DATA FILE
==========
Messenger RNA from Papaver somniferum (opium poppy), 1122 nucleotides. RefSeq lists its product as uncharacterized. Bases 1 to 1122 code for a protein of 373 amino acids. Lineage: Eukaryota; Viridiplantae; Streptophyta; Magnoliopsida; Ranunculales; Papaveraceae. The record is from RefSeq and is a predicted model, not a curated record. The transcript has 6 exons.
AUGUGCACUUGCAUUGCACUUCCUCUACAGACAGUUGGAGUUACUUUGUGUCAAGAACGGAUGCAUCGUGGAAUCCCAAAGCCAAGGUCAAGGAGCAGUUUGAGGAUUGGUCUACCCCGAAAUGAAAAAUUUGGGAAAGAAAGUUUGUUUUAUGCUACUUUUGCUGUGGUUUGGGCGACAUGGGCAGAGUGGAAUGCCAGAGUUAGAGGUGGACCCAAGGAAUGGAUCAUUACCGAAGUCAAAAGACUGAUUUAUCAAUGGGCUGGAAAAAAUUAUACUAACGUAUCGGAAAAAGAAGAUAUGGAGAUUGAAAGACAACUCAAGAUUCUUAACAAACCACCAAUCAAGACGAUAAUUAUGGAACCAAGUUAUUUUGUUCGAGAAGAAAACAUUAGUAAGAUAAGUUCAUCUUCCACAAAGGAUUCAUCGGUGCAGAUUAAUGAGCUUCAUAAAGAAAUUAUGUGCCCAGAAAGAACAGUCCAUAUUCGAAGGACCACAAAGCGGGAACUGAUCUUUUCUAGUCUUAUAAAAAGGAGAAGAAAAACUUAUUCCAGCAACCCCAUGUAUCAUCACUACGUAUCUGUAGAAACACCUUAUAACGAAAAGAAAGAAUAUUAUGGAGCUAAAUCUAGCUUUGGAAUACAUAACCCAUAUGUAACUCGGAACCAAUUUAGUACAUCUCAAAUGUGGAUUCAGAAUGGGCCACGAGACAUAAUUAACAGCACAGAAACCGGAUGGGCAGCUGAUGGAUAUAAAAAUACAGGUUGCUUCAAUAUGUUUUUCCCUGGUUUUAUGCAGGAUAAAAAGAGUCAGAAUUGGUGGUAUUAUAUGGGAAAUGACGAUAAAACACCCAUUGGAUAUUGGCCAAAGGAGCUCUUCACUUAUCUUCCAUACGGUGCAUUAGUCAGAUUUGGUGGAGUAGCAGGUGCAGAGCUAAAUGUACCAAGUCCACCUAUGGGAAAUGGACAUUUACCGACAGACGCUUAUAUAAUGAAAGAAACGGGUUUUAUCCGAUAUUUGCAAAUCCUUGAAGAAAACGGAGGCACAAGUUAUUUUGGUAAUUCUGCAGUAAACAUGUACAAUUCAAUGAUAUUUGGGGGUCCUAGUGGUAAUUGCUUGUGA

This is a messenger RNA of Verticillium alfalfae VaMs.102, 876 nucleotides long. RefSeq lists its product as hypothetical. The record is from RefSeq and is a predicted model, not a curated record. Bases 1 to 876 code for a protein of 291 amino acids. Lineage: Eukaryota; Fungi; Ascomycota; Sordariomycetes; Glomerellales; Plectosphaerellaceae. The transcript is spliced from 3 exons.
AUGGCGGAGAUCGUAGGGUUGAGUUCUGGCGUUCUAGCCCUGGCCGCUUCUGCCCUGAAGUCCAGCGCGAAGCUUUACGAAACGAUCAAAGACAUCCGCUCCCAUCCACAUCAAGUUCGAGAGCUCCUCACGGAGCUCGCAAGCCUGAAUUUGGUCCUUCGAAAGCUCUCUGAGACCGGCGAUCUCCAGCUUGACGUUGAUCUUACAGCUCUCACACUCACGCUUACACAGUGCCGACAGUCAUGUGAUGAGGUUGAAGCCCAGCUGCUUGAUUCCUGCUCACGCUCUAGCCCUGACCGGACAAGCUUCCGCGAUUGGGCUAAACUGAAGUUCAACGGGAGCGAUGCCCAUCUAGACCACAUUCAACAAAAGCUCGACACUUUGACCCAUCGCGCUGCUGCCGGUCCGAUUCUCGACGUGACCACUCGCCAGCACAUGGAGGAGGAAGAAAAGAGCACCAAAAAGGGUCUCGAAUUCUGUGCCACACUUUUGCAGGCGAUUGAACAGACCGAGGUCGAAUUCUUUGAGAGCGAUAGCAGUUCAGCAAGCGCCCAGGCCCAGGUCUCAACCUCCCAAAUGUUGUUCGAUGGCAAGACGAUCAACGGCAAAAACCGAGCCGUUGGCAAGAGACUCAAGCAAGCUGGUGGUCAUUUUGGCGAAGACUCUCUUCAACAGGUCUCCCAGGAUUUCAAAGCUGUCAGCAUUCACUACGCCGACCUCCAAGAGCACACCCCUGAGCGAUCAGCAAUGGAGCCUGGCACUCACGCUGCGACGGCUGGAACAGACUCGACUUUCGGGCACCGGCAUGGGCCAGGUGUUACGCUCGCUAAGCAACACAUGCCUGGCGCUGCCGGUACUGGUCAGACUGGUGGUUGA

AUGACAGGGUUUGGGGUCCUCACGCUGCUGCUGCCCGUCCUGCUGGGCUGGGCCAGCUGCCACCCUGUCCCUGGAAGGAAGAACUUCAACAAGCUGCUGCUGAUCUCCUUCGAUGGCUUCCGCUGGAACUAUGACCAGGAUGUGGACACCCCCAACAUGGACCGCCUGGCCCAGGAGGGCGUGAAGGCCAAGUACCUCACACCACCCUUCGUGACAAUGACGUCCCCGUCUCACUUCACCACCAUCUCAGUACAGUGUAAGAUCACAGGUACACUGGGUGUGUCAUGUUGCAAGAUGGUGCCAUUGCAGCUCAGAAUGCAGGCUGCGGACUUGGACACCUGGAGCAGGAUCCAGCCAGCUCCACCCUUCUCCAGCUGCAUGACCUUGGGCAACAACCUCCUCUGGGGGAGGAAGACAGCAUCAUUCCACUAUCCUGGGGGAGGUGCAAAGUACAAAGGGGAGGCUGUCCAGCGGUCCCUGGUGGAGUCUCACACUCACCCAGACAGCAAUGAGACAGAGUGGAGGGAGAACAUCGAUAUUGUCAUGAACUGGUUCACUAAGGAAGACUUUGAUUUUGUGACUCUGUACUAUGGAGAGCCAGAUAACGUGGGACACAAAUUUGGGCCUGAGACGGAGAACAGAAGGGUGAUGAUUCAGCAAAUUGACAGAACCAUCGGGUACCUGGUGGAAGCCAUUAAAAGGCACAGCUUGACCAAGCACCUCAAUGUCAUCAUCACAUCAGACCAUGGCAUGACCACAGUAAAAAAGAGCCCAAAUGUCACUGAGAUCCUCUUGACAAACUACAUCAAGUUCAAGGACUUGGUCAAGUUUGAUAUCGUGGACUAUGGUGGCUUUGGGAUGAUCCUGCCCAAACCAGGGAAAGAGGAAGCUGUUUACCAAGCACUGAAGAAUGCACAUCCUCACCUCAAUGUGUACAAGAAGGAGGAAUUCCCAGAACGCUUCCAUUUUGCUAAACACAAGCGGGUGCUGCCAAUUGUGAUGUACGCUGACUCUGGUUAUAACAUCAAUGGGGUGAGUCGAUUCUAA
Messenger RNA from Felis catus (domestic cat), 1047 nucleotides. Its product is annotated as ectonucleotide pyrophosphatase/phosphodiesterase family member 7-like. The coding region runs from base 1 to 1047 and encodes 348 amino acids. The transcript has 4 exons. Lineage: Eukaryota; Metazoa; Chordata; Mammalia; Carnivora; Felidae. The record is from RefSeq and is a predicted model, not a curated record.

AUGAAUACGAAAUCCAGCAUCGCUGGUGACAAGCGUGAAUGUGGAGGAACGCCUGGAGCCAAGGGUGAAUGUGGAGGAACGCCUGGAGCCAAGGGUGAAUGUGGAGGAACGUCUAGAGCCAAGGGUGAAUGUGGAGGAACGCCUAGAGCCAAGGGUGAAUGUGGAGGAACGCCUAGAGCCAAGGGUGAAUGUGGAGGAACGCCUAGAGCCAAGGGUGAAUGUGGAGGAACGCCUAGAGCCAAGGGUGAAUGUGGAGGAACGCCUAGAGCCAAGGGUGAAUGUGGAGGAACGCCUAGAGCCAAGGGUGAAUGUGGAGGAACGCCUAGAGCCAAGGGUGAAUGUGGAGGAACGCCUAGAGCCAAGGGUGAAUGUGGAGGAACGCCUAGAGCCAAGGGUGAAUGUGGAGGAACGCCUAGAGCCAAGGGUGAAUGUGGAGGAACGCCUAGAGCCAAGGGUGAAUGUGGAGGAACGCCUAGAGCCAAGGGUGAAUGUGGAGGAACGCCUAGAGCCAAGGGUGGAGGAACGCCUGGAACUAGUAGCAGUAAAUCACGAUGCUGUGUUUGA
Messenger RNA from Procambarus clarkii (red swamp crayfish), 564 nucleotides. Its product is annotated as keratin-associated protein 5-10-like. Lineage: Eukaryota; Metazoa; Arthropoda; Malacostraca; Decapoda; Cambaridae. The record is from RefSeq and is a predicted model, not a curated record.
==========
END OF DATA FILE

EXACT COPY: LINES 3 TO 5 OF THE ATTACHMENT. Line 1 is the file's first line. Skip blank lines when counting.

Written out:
This is a messenger RNA of Verticillium alfalfae VaMs.102, 876 nucleotides long. RefSeq lists its product as hypothetical. The record is from RefSeq and is a predicted model, not a curated record. Bases 1 to 876 code for a protein of 291 amino acids. Lineage: Eukaryota; Fungi; Ascomycota; Sordariomycetes; Glomerellales; Plectosphaerellaceae. The transcript is spliced from 3 exons.
AUGGCGGAGAUCGUAGGGUUGAGUUCUGGCGUUCUAGCCCUGGCCGCUUCUGCCCUGAAGUCCAGCGCGAAGCUUUACGAAACGAUCAAAGACAUCCGCUCCCAUCCACAUCAAGUUCGAGAGCUCCUCACGGAGCUCGCAAGCCUGAAUUUGGUCCUUCGAAAGCUCUCUGAGACCGGCGAUCUCCAGCUUGACGUUGAUCUUACAGCUCUCACACUCACGCUUACACAGUGCCGACAGUCAUGUGAUGAGGUUGAAGCCCAGCUGCUUGAUUCCUGCUCACGCUCUAGCCCUGACCGGACAAGCUUCCGCGAUUGGGCUAAACUGAAGUUCAACGGGAGCGAUGCCCAUCUAGACCACAUUCAACAAAAGCUCGACACUUUGACCCAUCGCGCUGCUGCCGGUCCGAUUCUCGACGUGACCACUCGCCAGCACAUGGAGGAGGAAGAAAAGAGCACCAAAAAGGGUCUCGAAUUCUGUGCCACACUUUUGCAGGCGAUUGAACAGACCGAGGUCGAAUUCUUUGAGAGCGAUAGCAGUUCAGCAAGCGCCCAGGCCCAGGUCUCAACCUCCCAAAUGUUGUUCGAUGGCAAGACGAUCAACGGCAAAAACCGAGCCGUUGGCAAGAGACUCAAGCAAGCUGGUGGUCAUUUUGGCGAAGACUCUCUUCAACAGGUCUCCCAGGAUUUCAAAGCUGUCAGCAUUCACUACGCCGACCUCCAAGAGCACACCCCUGAGCGAUCAGCAAUGGAGCCUGGCACUCACGCUGCGACGGCUGGAACAGACUCGACUUUCGGGCACCGGCAUGGGCCAGGUGUUACGCUCGCUAAGCAACACAUGCCUGGCGCUGCCGGUACUGGUCAGACUGGUGGUUGA

AUGACAGGGUUUGGGGUCCUCACGCUGCUGCUGCCCGUCCUGCUGGGCUGGGCCAGCUGCCACCCUGUCCCUGGAAGGAAGAACUUCAACAAGCUGCUGCUGAUCUCCUUCGAUGGCUUCCGCUGGAACUAUGACCAGGAUGUGGACACCCCCAACAUGGACCGCCUGGCCCAGGAGGGCGUGAAGGCCAAGUACCUCACACCACCCUUCGUGACAAUGACGUCCCCGUCUCACUUCACCACCAUCUCAGUACAGUGUAAGAUCACAGGUACACUGGGUGUGUCAUGUUGCAAGAUGGUGCCAUUGCAGCUCAGAAUGCAGGCUGCGGACUUGGACACCUGGAGCAGGAUCCAGCCAGCUCCACCCUUCUCCAGCUGCAUGACCUUGGGCAACAACCUCCUCUGGGGGAGGAAGACAGCAUCAUUCCACUAUCCUGGGGGAGGUGCAAAGUACAAAGGGGAGGCUGUCCAGCGGUCCCUGGUGGAGUCUCACACUCACCCAGACAGCAAUGAGACAGAGUGGAGGGAGAACAUCGAUAUUGUCAUGAACUGGUUCACUAAGGAAGACUUUGAUUUUGUGACUCUGUACUAUGGAGAGCCAGAUAACGUGGGACACAAAUUUGGGCCUGAGACGGAGAACAGAAGGGUGAUGAUUCAGCAAAUUGACAGAACCAUCGGGUACCUGGUGGAAGCCAUUAAAAGGCACAGCUUGACCAAGCACCUCAAUGUCAUCAUCACAUCAGACCAUGGCAUGACCACAGUAAAAAAGAGCCCAAAUGUCACUGAGAUCCUCUUGACAAACUACAUCAAGUUCAAGGACUUGGUCAAGUUUGAUAUCGUGGACUAUGGUGGCUUUGGGAUGAUCCUGCCCAAACCAGGGAAAGAGGAAGCUGUUUACCAAGCACUGAAGAAUGCACAUCCUCACCUCAAUGUGUACAAGAAGGAGGAAUUCCCAGAACGCUUCCAUUUUGCUAAACACAAGCGGGUGCUGCCAAUUGUGAUGUACGCUGACUCUGGUUAUAACAUCAAUGGGGUGAGUCGAUUCUAA